Microsoft and Linux server software provider Red Hat are building on their existing cloud partnership with new initiatives aimed at helping businesses incorporate containers into their hybrid cloud application strategies.
Fueled largely by the booming popularity of Docker, enterprises and their software development teams are increasingly turning to container platforms as a means of enabling agile DevOps and application delivery. Today, Microsoft and Red Hat announced new capabilities for their respective software and cloud product portfolios that can help joint customers achieve those benefits.
On Aug. 22, the companies announced that Red Hat OpenShift, an enterprise container application platform that includes Kubernetes container management, will natively support Windows Server containers. The technology was first demonstrated in May during the Red Hat summit in San Francisco, and when it finally hits the market, it will earn OpenShift the distinction of being the first Kubernetes-based container application platform to support both Windows and Linux container workloads, according to the two companies.
“After this demonstration, we received strong interest from many Red Hat customers who wanted to have this capability fully developed and jointly supported by both Microsoft and Red Hat,” wrote Chris Morgan, technical director of the OpenShift Ecosystem at Red Hat in a blog post. “To be clear, there is a lot left to do with months of work ahead as we pursue this path, but in the topsy turvy world of containers and container orchestration, this should be a significant step in what could prove to be one of the most valuable integrations to come out of Red Hat’s alliance with Microsoft.”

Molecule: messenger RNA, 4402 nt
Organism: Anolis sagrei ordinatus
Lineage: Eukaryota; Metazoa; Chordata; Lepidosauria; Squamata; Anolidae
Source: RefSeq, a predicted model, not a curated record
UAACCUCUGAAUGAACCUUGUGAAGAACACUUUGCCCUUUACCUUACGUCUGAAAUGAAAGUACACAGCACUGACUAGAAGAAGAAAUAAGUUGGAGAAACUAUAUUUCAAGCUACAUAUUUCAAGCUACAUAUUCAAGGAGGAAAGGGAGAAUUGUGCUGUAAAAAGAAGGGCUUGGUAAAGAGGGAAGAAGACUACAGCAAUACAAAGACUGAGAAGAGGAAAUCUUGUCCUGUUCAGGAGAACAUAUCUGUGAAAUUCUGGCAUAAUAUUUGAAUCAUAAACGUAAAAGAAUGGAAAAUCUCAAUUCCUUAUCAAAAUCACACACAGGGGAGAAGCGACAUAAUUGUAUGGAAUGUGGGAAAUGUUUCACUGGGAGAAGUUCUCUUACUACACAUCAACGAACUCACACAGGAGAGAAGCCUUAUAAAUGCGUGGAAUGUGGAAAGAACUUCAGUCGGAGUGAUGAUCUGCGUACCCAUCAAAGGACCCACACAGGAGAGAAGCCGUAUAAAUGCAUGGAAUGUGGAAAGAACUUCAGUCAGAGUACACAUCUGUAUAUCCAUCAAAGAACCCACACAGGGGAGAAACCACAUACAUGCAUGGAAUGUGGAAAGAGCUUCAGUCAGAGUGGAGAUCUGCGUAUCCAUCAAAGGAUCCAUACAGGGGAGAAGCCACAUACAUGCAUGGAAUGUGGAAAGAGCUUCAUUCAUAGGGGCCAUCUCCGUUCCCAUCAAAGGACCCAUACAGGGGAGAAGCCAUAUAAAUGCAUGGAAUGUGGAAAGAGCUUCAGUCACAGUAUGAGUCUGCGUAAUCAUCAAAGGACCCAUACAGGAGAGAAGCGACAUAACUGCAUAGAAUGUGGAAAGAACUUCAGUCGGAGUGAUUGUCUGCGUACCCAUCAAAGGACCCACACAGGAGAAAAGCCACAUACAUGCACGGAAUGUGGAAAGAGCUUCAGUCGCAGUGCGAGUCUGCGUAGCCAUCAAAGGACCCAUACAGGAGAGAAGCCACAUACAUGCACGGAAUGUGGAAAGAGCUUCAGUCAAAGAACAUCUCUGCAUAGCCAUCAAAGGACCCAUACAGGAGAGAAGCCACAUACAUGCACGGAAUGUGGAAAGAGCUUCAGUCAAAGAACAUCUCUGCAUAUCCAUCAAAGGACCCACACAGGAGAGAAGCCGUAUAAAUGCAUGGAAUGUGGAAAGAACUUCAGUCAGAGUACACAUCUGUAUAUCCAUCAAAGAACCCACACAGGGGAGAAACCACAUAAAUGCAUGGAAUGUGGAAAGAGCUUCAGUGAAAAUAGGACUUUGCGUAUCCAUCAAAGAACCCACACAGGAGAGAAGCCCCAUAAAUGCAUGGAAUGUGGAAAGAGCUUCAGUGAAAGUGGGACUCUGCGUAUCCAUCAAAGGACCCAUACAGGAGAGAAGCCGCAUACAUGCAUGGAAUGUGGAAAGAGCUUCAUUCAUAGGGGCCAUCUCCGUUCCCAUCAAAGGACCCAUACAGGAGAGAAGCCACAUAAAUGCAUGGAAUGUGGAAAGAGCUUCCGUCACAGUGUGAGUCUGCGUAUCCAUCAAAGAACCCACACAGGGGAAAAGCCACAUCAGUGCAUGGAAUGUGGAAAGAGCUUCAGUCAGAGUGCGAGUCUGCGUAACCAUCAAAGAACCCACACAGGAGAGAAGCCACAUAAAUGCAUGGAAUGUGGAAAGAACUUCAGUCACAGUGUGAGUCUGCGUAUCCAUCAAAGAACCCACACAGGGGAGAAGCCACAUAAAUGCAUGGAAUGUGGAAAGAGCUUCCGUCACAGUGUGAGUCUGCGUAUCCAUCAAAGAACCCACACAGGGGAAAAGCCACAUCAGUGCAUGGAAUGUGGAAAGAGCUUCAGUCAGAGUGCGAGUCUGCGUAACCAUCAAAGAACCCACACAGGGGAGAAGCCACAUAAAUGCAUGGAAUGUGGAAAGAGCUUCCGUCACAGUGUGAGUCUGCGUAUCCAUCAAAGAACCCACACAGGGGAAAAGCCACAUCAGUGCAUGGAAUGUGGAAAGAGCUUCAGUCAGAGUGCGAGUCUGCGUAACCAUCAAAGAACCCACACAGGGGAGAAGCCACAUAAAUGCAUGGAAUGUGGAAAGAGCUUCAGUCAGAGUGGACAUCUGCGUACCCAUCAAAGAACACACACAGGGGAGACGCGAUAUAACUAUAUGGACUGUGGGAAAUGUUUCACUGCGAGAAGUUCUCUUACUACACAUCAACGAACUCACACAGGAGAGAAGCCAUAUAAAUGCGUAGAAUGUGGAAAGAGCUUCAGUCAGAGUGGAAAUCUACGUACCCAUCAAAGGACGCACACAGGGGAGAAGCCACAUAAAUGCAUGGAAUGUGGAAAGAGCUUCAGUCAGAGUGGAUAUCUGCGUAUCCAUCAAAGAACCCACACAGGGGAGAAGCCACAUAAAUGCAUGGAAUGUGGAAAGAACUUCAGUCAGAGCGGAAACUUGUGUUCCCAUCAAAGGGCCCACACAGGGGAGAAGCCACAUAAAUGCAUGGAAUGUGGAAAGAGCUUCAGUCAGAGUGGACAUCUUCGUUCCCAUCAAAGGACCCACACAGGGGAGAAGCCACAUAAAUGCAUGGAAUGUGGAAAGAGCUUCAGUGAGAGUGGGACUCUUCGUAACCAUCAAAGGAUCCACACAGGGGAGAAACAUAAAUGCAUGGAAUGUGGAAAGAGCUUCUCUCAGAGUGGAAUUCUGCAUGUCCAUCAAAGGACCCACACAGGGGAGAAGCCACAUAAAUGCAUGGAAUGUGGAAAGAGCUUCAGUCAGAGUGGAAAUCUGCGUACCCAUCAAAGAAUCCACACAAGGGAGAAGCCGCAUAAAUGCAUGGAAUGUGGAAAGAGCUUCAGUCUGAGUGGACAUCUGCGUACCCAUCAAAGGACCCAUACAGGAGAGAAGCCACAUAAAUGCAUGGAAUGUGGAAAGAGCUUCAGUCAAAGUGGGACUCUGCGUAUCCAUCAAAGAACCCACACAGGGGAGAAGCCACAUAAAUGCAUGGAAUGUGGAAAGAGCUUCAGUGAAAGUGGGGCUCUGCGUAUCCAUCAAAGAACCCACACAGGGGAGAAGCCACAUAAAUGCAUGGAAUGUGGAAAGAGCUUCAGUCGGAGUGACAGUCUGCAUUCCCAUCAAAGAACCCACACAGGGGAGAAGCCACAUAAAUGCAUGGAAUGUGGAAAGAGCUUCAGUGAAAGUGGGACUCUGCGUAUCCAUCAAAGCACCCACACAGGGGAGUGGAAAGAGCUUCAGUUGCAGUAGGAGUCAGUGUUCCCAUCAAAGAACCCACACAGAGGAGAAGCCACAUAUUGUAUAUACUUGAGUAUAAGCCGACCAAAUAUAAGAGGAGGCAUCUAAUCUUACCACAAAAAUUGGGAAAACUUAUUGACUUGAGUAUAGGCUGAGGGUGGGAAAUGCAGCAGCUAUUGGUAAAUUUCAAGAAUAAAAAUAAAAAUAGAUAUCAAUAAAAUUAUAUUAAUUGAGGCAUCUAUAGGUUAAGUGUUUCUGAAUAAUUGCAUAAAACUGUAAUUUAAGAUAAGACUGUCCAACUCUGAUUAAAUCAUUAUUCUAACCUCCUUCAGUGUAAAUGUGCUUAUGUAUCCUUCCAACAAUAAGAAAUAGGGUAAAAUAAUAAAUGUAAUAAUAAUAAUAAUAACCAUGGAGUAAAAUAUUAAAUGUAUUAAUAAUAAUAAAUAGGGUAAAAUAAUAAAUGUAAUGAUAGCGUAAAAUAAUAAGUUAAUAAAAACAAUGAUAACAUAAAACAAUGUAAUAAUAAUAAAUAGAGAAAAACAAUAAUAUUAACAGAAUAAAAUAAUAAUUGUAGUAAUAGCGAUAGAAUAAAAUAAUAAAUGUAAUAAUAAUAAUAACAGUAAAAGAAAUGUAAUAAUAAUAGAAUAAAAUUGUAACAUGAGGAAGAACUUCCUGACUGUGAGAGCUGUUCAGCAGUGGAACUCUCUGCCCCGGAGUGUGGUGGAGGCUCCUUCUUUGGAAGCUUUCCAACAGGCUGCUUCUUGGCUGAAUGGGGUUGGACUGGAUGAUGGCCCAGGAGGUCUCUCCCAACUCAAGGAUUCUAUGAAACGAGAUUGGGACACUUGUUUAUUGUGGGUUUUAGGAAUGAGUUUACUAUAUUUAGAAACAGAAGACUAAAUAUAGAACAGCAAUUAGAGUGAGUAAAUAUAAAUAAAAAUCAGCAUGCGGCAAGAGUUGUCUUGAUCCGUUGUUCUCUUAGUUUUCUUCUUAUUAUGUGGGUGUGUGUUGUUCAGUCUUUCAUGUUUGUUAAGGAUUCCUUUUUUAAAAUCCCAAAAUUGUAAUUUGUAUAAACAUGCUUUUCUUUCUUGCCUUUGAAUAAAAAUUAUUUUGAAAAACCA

Indeed, it will be a while before the general public gets to take OpenShift’s unified Windows and Linux container orchestration and scheduling features for a spin. A preview release of the feature is slated for the spring of 2018.
The companies also announced OpenShift Dedicated on Azure. Managed by Red Hat and hosted on Microsoft’s cloud, the service will be available in 42 Azure regions. Currently, both Microsoft and Red Hat staffers are working on optimizing to run OpenShift on the Azure cloud computing platform and establishing integrated support mechanisms. The service is scheduled to launch sometime in early 2018.
Finally, Microsoft and Red Hat announced that SQL Server for Linux is coming to both Red Hat Enterprise Linux and OpenShift within a few months. Last year, Microsoft made waves when it announced that its flagship database software offering was branching beyond its Windows-only roots and heading to the open-source Linux operating system.
“Microsoft and Red Hat are aligned in our commitment to bring enterprise customers the hybrid cloud solutions they need to modernize their businesses as they shift to operate in a cloud-native world,” said John Gossman, lead Azure architect at Microsoft, in a statement. “Today, we’re extending this commitment as we again join forces to bring fully interoperable solutions that simplify container adoption and help customers make the most of their hybrid cloud strategies.”